Graduate Student Directory
|Degree Program:||Integrative Biology||Email:||email@example.com|
|Major Professor:||Dr. Jay Pinckney|
My research background in the lab, as well as in the field, has helped me discover my desire for knowledge in the field of ecology at the population and community level. These interests have strengthened my desire to obtain my doctoral degree in biology (specifically marine) through intense examinations of the effects of inhibited carbonic anhydrase on the natural phytoplankton communities in coastal waters at the Baruch Marine Field Lab.
Carbon concentrating mechanisms (CCMs) are used by phytoplankton in order to concentrate dissolved inorganic carbon (DIC) within their cells. These adaptions were evolved to enhance uptake of DIC at present surface water concentrations. However, mechanisms, such as the carbonic anhydrase enzyme (CA), are active, energy-consuming processes that may become redundant in the future due to increased concentrations of CO 2 in surface waters. In order to gain a better understanding of the carbonic anhydrase enzyme, recent studies have investigated the CA enzyme through the use of inhibitors: acetazolamide (AZ) and ethoxyzolamide (EZ). Most of our knowledge is based on individual cultures or oligotrophic water samples. However, there are few studies that look at the mechanism’s effects on estuarine phytoplankton communities and none have measured the in situ effects on community composition. Using bioassays of natural phytoplankton communities, my research will explore how community composition is altered when the competitive advantage of the CA enzyme is reduced. These changes will be monitored with measurements of chlorophyll a fluorescence, cell abundances, microscopy, photopigments, nutrients, and the inhibitors: AZ and EZ. This study will provide a better understanding of how the CA enzyme impacts the composition of phytoplankton communities in coastal waters.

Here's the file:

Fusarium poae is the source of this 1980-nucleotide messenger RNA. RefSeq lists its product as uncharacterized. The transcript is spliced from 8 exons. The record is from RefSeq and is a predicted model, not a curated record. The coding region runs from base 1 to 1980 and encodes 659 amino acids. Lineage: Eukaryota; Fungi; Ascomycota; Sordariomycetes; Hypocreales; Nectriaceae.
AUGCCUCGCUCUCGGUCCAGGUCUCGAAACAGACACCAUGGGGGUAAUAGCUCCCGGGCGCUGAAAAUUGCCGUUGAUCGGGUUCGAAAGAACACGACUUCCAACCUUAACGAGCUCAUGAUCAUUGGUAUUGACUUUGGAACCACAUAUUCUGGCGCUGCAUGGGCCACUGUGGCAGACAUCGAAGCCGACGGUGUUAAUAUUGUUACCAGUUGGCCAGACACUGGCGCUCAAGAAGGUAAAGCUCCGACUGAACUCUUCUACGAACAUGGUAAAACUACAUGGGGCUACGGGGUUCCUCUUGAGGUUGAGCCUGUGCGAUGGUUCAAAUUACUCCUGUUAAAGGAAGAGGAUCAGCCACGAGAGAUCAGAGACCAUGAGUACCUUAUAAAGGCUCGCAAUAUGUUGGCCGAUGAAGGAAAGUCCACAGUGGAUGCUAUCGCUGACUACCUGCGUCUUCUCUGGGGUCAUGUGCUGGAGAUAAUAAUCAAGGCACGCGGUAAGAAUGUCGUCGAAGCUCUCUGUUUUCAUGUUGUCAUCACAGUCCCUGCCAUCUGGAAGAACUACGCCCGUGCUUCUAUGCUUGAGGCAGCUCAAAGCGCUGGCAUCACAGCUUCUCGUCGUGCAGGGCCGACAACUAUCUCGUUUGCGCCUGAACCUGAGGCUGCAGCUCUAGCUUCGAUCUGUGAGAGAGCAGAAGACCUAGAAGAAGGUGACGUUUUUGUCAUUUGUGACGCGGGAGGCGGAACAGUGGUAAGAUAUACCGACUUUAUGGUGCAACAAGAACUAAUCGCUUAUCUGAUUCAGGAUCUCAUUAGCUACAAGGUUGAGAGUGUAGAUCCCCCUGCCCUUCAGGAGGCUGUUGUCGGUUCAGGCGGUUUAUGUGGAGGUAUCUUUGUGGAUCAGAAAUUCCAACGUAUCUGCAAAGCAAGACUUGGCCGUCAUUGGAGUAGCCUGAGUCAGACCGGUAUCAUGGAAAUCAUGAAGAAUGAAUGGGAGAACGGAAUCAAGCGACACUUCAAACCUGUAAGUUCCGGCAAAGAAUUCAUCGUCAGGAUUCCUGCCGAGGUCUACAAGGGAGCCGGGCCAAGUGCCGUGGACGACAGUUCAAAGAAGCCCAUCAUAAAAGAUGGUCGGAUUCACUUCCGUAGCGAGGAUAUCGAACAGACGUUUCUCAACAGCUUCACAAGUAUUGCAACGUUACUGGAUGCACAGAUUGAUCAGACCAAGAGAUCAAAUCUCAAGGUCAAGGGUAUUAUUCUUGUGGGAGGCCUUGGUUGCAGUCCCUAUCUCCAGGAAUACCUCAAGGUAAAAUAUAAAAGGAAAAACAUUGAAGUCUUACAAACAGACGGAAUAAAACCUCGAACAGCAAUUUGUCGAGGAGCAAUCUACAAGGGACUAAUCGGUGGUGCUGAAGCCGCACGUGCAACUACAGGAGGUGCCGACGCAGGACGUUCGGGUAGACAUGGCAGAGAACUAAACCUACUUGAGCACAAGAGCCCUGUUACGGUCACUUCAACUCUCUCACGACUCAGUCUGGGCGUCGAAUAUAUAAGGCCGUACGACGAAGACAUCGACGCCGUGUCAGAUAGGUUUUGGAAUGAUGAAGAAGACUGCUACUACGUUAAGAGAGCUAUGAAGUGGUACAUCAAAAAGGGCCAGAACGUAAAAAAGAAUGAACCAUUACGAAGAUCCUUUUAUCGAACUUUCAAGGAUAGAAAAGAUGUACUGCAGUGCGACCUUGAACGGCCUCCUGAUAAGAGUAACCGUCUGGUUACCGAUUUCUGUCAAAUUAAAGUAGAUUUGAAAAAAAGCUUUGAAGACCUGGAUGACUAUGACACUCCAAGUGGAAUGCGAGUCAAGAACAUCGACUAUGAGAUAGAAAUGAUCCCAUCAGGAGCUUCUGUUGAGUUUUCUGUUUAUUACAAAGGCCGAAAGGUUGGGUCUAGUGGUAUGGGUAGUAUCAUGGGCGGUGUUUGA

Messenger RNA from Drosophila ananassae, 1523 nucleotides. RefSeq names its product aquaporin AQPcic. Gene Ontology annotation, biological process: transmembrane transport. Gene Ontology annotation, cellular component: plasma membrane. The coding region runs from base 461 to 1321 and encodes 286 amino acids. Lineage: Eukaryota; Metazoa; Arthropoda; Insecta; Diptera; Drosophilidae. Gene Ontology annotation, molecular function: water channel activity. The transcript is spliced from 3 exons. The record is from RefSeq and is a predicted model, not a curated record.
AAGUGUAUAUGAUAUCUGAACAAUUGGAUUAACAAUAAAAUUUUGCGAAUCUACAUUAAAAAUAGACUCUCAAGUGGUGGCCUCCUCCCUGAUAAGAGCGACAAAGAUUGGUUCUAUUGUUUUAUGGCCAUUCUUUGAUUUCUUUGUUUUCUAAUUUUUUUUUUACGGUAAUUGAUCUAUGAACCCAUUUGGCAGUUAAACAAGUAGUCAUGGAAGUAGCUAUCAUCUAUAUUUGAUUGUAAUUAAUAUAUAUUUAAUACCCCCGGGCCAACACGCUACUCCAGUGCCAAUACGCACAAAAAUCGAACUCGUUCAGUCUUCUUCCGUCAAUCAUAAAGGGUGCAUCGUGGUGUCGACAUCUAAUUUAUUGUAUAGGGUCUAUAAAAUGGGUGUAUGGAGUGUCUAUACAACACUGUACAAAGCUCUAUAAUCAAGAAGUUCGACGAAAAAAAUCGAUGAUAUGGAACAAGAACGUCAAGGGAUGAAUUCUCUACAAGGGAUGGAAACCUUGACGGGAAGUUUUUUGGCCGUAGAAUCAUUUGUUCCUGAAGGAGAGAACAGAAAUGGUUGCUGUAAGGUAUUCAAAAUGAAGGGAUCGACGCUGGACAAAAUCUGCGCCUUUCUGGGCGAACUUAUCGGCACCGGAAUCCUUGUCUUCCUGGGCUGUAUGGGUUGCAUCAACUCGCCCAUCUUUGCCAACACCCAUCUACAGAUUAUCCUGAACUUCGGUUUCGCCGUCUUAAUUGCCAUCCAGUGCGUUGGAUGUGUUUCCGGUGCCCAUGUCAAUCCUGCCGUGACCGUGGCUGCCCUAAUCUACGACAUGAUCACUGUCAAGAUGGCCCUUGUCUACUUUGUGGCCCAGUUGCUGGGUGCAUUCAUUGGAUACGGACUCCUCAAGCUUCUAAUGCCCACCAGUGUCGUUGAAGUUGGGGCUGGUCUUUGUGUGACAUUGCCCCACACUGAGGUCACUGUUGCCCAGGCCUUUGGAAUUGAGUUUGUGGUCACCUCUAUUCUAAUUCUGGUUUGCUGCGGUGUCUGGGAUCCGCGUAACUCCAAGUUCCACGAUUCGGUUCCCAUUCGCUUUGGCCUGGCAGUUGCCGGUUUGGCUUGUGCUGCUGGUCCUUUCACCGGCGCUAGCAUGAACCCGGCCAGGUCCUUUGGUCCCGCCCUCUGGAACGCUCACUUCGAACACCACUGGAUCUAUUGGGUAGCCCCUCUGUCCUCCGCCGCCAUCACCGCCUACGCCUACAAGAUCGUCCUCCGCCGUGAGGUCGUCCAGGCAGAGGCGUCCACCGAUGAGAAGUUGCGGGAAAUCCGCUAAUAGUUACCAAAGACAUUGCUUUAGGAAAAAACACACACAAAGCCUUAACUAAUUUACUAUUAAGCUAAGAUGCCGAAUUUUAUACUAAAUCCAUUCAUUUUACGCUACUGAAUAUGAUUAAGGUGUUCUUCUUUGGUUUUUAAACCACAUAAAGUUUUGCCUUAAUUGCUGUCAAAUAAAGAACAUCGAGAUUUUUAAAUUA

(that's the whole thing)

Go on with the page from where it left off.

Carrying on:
B.S. Marine Biology Summa Cum Laude (Dec 2013) University of Rhode Island, Kingston RI
M.S. Biology Ecology, Evolution, and Organismal Biology (May 2016) University of South Carolina, Columbia SC
USC Teaching Assistantships:
BIO 101L: Fall 2014; MSCI 460-002: Summer 2016; BIO 301L: Spring 2015-Present; BIO 415L: Spring 2017; MSCI 460-001 & 002: Summer 2017
Leadership Positions and Awards:
Graduate Association of Biological Sciences (GABS): Member ('14-Present), Website Coordinator ('15-Present), Secretary ('16-'17), Vice President ('17-Present)
Southeastern Estuarine Research Society (SEERS): Member (16'-Present), Student Representative ('17-Present)
F. John Vernberg Bicentennial Fellowship in Marine Science ('15)
Jeffery Barnesdale Memorial Fellowship ('17)
International Womens Fishing Association Scholarship ('17)
Publications and Posters:
Knotts ER & Griffen BD. (2016). Individual movement rates are sufficient to determine and maintain dynamic spatial positioning within Uca pugilator herds. Behavioral Ecology and Sociobiology, 70(4), 639–646.
Griffen BD, Belgrad BA, Cannizzo ZJ, Knotts ER, Hancock ER. (2016). Rethinking our approach to multiple stressor studies in marine environments. Marine Ecology Progress Series, 543, 273-281.
Knotts E, Griffin M, Rice M. (2014). Condition index of northern quahogs, Mercenaria mercenaria (Linnaeus, 1758), in Narragansett Bay in relation to sediment types [abstract]. In: The 34th Annual Milford Aquaculture Seminar; 2014 Feb 24-26; Shelton, Connecticut. Journal of Shellfish Research, 33(2), 541-565.
Knotts ER and BD Griffen. 2015. Individual personality is sufficient to determine and maintain dynamic spatial positioning within Uca pugilator herds (poster presentation). Southeastern Ecology and Evolution Conference. Athens, GA, USA. *Awarded 1st place in student awards